Fox hunting: parliament’s chance to be relevant

Over at Harry’s Place they’re invoking Polly Toynbee to support the nonsense argument that fox hunting’s so insignificant it shouldn’t be on the agenda. It’s the same argument speeding motorists use to argue that the police should ignore their crimes and concentrate on murderers and rapists.

Yet if our increasingly irrelevant parliament is to regain any respect it needs to make time to address all the people’s concerns. Politicos tend to bore the majority of people who care little for the day-to-day business of parliament. Only by addressing – and arbitrating upon – popular issues that capture the public’s imagination can that institution hope to regain its relevance.

Suddenly, parliament going with the clear will of the people and enabling Labour to honour a manifesto commitment, transforms it into a bully of minorities. More nonsense. This is a most vile minority who take pleasure in animal suffering and like to smear the blood of their kills on each other’s faces. Long may they be bullied.

And no issue does more to show up Blair’s incompetence. Instead of quickly executing the 1997 manifesto commitment, Blair decided to renege and seek a compromise where none can be made: there’s no halfway house. He demonstrated that Labour manifesto commitments (many more of which have been broken willy-nilly) are worthless and proved himself untrustworthy. But worse for Tony, he gave the Countryside Alliance all the time in the world to organise and become the biggest thorn in his side. Long may they hound him.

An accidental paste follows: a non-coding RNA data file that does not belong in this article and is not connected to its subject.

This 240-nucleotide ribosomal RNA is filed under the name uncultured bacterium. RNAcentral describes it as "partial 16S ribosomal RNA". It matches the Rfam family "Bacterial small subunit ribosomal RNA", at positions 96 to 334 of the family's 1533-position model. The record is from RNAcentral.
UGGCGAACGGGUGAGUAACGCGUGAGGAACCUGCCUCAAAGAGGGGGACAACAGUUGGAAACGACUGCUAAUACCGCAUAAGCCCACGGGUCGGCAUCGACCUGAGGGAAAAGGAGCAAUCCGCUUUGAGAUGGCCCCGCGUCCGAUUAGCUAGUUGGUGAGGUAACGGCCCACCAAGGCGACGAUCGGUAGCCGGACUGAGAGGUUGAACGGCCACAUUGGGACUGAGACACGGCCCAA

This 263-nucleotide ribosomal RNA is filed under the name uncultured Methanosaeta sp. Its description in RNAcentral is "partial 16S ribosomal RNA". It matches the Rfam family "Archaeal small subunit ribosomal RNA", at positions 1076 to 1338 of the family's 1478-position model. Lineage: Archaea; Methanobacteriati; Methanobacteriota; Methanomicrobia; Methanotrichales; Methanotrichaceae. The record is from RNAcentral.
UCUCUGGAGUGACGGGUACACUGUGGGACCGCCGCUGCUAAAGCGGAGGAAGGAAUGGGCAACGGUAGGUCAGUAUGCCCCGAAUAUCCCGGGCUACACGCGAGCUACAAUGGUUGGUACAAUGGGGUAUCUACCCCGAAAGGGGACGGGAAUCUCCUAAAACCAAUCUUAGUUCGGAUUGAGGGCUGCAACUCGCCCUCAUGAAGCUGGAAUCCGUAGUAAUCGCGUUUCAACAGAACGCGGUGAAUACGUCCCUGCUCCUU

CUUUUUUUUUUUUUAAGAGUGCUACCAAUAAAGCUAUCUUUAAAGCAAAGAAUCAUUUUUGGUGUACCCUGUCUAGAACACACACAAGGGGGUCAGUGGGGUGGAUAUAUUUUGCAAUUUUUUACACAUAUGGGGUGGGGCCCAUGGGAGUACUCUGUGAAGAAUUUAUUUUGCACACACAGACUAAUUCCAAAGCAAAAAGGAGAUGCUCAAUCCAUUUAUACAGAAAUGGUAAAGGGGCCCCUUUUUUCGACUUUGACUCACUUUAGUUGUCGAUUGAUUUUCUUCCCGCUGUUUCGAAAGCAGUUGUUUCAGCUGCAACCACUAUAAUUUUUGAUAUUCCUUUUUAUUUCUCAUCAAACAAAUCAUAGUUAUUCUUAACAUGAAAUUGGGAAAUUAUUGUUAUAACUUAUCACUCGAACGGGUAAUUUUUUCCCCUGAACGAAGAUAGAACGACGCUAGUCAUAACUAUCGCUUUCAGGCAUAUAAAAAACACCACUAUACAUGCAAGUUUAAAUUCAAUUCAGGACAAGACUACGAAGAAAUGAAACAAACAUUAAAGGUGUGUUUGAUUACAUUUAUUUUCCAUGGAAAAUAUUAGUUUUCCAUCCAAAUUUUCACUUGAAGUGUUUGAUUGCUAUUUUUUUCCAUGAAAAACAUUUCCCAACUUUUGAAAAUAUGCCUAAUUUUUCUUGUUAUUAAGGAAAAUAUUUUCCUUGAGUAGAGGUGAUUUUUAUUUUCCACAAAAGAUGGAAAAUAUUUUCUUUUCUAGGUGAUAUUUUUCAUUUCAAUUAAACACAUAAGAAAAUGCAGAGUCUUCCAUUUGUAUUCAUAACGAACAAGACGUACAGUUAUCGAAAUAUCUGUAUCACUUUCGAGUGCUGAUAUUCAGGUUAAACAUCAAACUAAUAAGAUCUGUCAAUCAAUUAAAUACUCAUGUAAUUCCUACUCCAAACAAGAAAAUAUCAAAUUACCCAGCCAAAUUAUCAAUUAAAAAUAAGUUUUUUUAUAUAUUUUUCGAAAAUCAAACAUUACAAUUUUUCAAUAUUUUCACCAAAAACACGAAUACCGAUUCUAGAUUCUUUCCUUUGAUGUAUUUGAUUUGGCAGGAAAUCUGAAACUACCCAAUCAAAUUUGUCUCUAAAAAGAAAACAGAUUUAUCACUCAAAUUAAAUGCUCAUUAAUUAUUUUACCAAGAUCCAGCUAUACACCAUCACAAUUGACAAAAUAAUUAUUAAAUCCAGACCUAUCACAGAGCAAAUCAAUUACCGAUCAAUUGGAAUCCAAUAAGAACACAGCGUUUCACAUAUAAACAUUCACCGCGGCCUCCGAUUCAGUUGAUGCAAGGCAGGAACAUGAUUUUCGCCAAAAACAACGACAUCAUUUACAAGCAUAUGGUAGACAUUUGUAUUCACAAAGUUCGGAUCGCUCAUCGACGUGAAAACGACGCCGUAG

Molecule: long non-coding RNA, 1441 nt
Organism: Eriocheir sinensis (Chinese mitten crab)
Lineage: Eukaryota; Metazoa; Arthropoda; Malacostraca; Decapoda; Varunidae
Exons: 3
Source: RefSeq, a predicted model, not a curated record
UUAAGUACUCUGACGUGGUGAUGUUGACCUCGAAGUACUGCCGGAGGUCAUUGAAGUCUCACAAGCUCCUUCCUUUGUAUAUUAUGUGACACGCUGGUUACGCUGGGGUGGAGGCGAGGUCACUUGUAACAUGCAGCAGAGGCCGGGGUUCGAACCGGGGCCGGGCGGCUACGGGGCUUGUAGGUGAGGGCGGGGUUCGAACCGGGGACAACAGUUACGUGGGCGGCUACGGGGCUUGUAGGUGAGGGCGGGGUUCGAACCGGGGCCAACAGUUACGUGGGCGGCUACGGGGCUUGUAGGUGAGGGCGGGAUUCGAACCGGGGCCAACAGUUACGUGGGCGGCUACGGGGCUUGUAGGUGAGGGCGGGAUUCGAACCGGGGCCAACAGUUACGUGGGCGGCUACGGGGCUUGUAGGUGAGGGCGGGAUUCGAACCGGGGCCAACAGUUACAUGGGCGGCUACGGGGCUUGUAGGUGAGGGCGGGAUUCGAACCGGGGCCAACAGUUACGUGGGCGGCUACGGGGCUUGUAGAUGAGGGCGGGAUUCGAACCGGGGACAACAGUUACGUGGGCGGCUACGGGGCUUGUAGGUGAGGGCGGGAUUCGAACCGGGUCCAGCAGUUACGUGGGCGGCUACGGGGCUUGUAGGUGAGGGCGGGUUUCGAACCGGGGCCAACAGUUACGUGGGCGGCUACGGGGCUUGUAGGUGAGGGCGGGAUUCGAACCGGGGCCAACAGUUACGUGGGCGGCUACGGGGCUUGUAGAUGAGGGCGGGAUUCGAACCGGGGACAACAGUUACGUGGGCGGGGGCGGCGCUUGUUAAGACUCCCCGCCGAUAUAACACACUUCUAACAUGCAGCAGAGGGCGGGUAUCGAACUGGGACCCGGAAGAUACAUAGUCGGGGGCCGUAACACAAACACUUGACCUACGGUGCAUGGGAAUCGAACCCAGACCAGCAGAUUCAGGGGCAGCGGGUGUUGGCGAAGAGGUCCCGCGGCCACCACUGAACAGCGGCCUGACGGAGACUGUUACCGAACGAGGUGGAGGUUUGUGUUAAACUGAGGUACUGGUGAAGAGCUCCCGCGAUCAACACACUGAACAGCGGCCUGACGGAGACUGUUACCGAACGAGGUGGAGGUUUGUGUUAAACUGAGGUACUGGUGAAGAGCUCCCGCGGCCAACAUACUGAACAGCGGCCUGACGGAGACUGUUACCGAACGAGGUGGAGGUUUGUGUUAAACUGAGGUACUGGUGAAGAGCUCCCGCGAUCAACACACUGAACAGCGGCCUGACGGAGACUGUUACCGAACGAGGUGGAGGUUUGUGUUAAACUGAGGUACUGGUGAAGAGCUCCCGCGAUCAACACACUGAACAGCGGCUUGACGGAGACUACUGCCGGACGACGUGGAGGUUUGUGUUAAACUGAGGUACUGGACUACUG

3 thoughts on “Fox hunting: parliament’s chance to be relevant

  1. what’s the problem here stephen? Is it the actual cruelty, or that people take pleasure from the cruelty, that gets people?
    if it’s the latter, that sounds like a “thought crime”…
    if it’s the former, there are surely much bigger fish for the animal lobby to fry, like agro-industry…

  2. Hi Wade
    I think it?s both actual cruelty and enjoying that cruelty, but I don?t agree that that makes it a thought crime. We can look to intention and motive (to have fun) and the celebratory pageantry that accompanies fox hunting. All this reinforces a value system that says that it?s more important to have fun than to stop cruelty.

    Of course there are bigger fish to fry, but that worse things happen is hardly a defence. Priorities tend to be defined by realpolitik, rather than principle. We have an opportunity to ban fox hunting, we should take it.

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